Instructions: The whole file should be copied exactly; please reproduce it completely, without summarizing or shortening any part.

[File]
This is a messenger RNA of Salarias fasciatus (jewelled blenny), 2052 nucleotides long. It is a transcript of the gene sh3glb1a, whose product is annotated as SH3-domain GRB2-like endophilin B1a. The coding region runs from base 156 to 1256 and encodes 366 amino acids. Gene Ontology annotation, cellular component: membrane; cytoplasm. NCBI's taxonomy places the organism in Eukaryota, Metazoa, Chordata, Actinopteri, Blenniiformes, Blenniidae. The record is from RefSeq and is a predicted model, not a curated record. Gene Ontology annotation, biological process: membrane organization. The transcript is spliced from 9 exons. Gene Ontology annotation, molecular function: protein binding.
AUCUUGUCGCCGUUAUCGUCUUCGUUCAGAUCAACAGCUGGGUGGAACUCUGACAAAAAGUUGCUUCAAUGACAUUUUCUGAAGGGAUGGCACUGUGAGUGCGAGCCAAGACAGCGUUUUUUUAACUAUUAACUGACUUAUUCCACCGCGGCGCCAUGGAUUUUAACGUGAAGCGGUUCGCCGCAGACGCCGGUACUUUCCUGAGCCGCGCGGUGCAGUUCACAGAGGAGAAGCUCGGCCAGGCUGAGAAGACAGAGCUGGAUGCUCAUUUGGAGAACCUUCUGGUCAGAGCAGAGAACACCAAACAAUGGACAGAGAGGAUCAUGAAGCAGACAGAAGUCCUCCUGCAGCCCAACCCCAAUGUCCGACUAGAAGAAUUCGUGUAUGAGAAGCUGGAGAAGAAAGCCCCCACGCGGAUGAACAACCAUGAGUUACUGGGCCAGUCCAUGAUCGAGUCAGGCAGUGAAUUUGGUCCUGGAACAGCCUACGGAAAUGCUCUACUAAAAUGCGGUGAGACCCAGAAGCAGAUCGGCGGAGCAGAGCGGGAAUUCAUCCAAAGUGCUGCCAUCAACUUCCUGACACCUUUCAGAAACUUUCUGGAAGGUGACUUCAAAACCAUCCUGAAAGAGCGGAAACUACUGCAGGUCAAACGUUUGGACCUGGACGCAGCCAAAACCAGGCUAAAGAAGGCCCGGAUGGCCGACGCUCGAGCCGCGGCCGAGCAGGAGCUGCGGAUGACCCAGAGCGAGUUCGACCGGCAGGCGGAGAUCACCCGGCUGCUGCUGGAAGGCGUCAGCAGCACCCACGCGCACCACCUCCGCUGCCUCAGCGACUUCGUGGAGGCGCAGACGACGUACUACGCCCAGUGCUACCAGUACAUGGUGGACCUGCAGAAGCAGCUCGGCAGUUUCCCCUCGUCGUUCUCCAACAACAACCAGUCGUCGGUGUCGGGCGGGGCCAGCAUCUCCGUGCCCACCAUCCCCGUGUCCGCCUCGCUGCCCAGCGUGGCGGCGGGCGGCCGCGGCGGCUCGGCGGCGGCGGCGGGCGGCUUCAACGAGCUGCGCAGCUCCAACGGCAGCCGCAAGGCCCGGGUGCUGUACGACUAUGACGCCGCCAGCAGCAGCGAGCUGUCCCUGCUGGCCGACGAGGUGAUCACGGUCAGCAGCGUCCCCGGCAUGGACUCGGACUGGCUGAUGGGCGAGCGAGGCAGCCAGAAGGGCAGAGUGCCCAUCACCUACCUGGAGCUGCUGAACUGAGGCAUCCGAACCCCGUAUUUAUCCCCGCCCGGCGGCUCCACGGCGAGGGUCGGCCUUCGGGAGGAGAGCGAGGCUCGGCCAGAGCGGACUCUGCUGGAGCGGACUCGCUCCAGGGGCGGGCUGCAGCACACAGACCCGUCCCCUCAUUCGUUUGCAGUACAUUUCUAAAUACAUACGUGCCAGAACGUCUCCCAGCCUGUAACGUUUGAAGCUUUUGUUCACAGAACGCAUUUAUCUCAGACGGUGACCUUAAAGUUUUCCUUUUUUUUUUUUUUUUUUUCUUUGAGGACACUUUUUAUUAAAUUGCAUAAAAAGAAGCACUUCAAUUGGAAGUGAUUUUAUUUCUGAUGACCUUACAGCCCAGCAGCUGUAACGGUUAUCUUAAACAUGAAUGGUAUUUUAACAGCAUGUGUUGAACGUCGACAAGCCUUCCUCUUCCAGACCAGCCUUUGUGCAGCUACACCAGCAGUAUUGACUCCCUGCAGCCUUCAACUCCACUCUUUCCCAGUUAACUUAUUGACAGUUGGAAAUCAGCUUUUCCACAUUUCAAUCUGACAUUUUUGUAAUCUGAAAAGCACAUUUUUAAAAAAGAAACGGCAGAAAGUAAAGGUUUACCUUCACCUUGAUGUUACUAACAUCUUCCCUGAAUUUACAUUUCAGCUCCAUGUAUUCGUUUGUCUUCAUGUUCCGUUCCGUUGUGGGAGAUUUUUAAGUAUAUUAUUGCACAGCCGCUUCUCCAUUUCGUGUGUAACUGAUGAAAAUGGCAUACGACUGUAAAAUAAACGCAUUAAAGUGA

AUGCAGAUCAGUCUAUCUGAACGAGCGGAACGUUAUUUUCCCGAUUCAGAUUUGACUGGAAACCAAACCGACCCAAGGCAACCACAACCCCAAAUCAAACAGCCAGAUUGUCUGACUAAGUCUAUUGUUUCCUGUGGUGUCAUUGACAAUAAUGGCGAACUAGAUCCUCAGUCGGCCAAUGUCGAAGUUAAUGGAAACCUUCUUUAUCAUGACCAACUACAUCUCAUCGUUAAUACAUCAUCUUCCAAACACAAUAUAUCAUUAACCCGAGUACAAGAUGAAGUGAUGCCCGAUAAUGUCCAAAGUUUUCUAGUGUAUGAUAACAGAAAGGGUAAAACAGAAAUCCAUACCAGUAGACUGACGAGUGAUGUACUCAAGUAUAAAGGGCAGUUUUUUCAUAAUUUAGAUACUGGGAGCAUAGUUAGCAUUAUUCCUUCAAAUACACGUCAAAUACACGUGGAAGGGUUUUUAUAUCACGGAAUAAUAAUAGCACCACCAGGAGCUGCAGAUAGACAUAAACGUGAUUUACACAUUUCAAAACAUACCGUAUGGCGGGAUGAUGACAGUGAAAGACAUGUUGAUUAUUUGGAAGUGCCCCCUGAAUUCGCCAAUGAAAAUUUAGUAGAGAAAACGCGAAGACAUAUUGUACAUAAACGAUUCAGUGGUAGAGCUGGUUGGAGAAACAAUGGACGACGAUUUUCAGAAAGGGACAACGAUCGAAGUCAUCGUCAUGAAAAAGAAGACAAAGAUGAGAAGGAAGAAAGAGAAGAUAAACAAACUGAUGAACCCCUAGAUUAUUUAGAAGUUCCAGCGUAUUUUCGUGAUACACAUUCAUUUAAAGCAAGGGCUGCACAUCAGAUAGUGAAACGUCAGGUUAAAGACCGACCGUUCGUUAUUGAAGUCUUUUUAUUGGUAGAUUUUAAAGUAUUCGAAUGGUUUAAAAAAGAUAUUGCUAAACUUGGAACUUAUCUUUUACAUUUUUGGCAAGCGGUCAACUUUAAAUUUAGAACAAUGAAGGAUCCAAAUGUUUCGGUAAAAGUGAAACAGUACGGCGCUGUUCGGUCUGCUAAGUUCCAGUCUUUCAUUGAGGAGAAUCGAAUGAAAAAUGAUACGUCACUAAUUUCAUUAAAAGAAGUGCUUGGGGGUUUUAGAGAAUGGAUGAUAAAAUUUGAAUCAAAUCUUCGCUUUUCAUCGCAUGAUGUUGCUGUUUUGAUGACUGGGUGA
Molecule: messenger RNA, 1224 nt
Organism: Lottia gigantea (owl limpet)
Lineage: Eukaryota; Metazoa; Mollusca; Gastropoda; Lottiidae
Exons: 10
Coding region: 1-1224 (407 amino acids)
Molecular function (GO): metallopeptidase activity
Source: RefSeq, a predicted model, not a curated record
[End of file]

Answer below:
This is a messenger RNA of Salarias fasciatus (jewelled blenny), 2052 nucleotides long. It is a transcript of the gene sh3glb1a, whose product is annotated as SH3-domain GRB2-like endophilin B1a. The coding region runs from base 156 to 1256 and encodes 366 amino acids. Gene Ontology annotation, cellular component: membrane; cytoplasm. NCBI's taxonomy places the organism in Eukaryota, Metazoa, Chordata, Actinopteri, Blenniiformes, Blenniidae. The record is from RefSeq and is a predicted model, not a curated record. Gene Ontology annotation, biological process: membrane organization. The transcript is spliced from 9 exons. Gene Ontology annotation, molecular function: protein binding.
AUCUUGUCGCCGUUAUCGUCUUCGUUCAGAUCAACAGCUGGGUGGAACUCUGACAAAAAGUUGCUUCAAUGACAUUUUCUGAAGGGAUGGCACUGUGAGUGCGAGCCAAGACAGCGUUUUUUUAACUAUUAACUGACUUAUUCCACCGCGGCGCCAUGGAUUUUAACGUGAAGCGGUUCGCCGCAGACGCCGGUACUUUCCUGAGCCGCGCGGUGCAGUUCACAGAGGAGAAGCUCGGCCAGGCUGAGAAGACAGAGCUGGAUGCUCAUUUGGAGAACCUUCUGGUCAGAGCAGAGAACACCAAACAAUGGACAGAGAGGAUCAUGAAGCAGACAGAAGUCCUCCUGCAGCCCAACCCCAAUGUCCGACUAGAAGAAUUCGUGUAUGAGAAGCUGGAGAAGAAAGCCCCCACGCGGAUGAACAACCAUGAGUUACUGGGCCAGUCCAUGAUCGAGUCAGGCAGUGAAUUUGGUCCUGGAACAGCCUACGGAAAUGCUCUACUAAAAUGCGGUGAGACCCAGAAGCAGAUCGGCGGAGCAGAGCGGGAAUUCAUCCAAAGUGCUGCCAUCAACUUCCUGACACCUUUCAGAAACUUUCUGGAAGGUGACUUCAAAACCAUCCUGAAAGAGCGGAAACUACUGCAGGUCAAACGUUUGGACCUGGACGCAGCCAAAACCAGGCUAAAGAAGGCCCGGAUGGCCGACGCUCGAGCCGCGGCCGAGCAGGAGCUGCGGAUGACCCAGAGCGAGUUCGACCGGCAGGCGGAGAUCACCCGGCUGCUGCUGGAAGGCGUCAGCAGCACCCACGCGCACCACCUCCGCUGCCUCAGCGACUUCGUGGAGGCGCAGACGACGUACUACGCCCAGUGCUACCAGUACAUGGUGGACCUGCAGAAGCAGCUCGGCAGUUUCCCCUCGUCGUUCUCCAACAACAACCAGUCGUCGGUGUCGGGCGGGGCCAGCAUCUCCGUGCCCACCAUCCCCGUGUCCGCCUCGCUGCCCAGCGUGGCGGCGGGCGGCCGCGGCGGCUCGGCGGCGGCGGCGGGCGGCUUCAACGAGCUGCGCAGCUCCAACGGCAGCCGCAAGGCCCGGGUGCUGUACGACUAUGACGCCGCCAGCAGCAGCGAGCUGUCCCUGCUGGCCGACGAGGUGAUCACGGUCAGCAGCGUCCCCGGCAUGGACUCGGACUGGCUGAUGGGCGAGCGAGGCAGCCAGAAGGGCAGAGUGCCCAUCACCUACCUGGAGCUGCUGAACUGAGGCAUCCGAACCCCGUAUUUAUCCCCGCCCGGCGGCUCCACGGCGAGGGUCGGCCUUCGGGAGGAGAGCGAGGCUCGGCCAGAGCGGACUCUGCUGGAGCGGACUCGCUCCAGGGGCGGGCUGCAGCACACAGACCCGUCCCCUCAUUCGUUUGCAGUACAUUUCUAAAUACAUACGUGCCAGAACGUCUCCCAGCCUGUAACGUUUGAAGCUUUUGUUCACAGAACGCAUUUAUCUCAGACGGUGACCUUAAAGUUUUCCUUUUUUUUUUUUUUUUUUUCUUUGAGGACACUUUUUAUUAAAUUGCAUAAAAAGAAGCACUUCAAUUGGAAGUGAUUUUAUUUCUGAUGACCUUACAGCCCAGCAGCUGUAACGGUUAUCUUAAACAUGAAUGGUAUUUUAACAGCAUGUGUUGAACGUCGACAAGCCUUCCUCUUCCAGACCAGCCUUUGUGCAGCUACACCAGCAGUAUUGACUCCCUGCAGCCUUCAACUCCACUCUUUCCCAGUUAACUUAUUGACAGUUGGAAAUCAGCUUUUCCACAUUUCAAUCUGACAUUUUUGUAAUCUGAAAAGCACAUUUUUAAAAAAGAAACGGCAGAAAGUAAAGGUUUACCUUCACCUUGAUGUUACUAACAUCUUCCCUGAAUUUACAUUUCAGCUCCAUGUAUUCGUUUGUCUUCAUGUUCCGUUCCGUUGUGGGAGAUUUUUAAGUAUAUUAUUGCACAGCCGCUUCUCCAUUUCGUGUGUAACUGAUGAAAAUGGCAUACGACUGUAAAAUAAACGCAUUAAAGUGA

AUGCAGAUCAGUCUAUCUGAACGAGCGGAACGUUAUUUUCCCGAUUCAGAUUUGACUGGAAACCAAACCGACCCAAGGCAACCACAACCCCAAAUCAAACAGCCAGAUUGUCUGACUAAGUCUAUUGUUUCCUGUGGUGUCAUUGACAAUAAUGGCGAACUAGAUCCUCAGUCGGCCAAUGUCGAAGUUAAUGGAAACCUUCUUUAUCAUGACCAACUACAUCUCAUCGUUAAUACAUCAUCUUCCAAACACAAUAUAUCAUUAACCCGAGUACAAGAUGAAGUGAUGCCCGAUAAUGUCCAAAGUUUUCUAGUGUAUGAUAACAGAAAGGGUAAAACAGAAAUCCAUACCAGUAGACUGACGAGUGAUGUACUCAAGUAUAAAGGGCAGUUUUUUCAUAAUUUAGAUACUGGGAGCAUAGUUAGCAUUAUUCCUUCAAAUACACGUCAAAUACACGUGGAAGGGUUUUUAUAUCACGGAAUAAUAAUAGCACCACCAGGAGCUGCAGAUAGACAUAAACGUGAUUUACACAUUUCAAAACAUACCGUAUGGCGGGAUGAUGACAGUGAAAGACAUGUUGAUUAUUUGGAAGUGCCCCCUGAAUUCGCCAAUGAAAAUUUAGUAGAGAAAACGCGAAGACAUAUUGUACAUAAACGAUUCAGUGGUAGAGCUGGUUGGAGAAACAAUGGACGACGAUUUUCAGAAAGGGACAACGAUCGAAGUCAUCGUCAUGAAAAAGAAGACAAAGAUGAGAAGGAAGAAAGAGAAGAUAAACAAACUGAUGAACCCCUAGAUUAUUUAGAAGUUCCAGCGUAUUUUCGUGAUACACAUUCAUUUAAAGCAAGGGCUGCACAUCAGAUAGUGAAACGUCAGGUUAAAGACCGACCGUUCGUUAUUGAAGUCUUUUUAUUGGUAGAUUUUAAAGUAUUCGAAUGGUUUAAAAAAGAUAUUGCUAAACUUGGAACUUAUCUUUUACAUUUUUGGCAAGCGGUCAACUUUAAAUUUAGAACAAUGAAGGAUCCAAAUGUUUCGGUAAAAGUGAAACAGUACGGCGCUGUUCGGUCUGCUAAGUUCCAGUCUUUCAUUGAGGAGAAUCGAAUGAAAAAUGAUACGUCACUAAUUUCAUUAAAAGAAGUGCUUGGGGGUUUUAGAGAAUGGAUGAUAAAAUUUGAAUCAAAUCUUCGCUUUUCAUCGCAUGAUGUUGCUGUUUUGAUGACUGGGUGA
Molecule: messenger RNA, 1224 nt
Organism: Lottia gigantea (owl limpet)
Lineage: Eukaryota; Metazoa; Mollusca; Gastropoda; Lottiidae
Exons: 10
Coding region: 1-1224 (407 amino acids)
Molecular function (GO): metallopeptidase activity
Source: RefSeq, a predicted model, not a curated record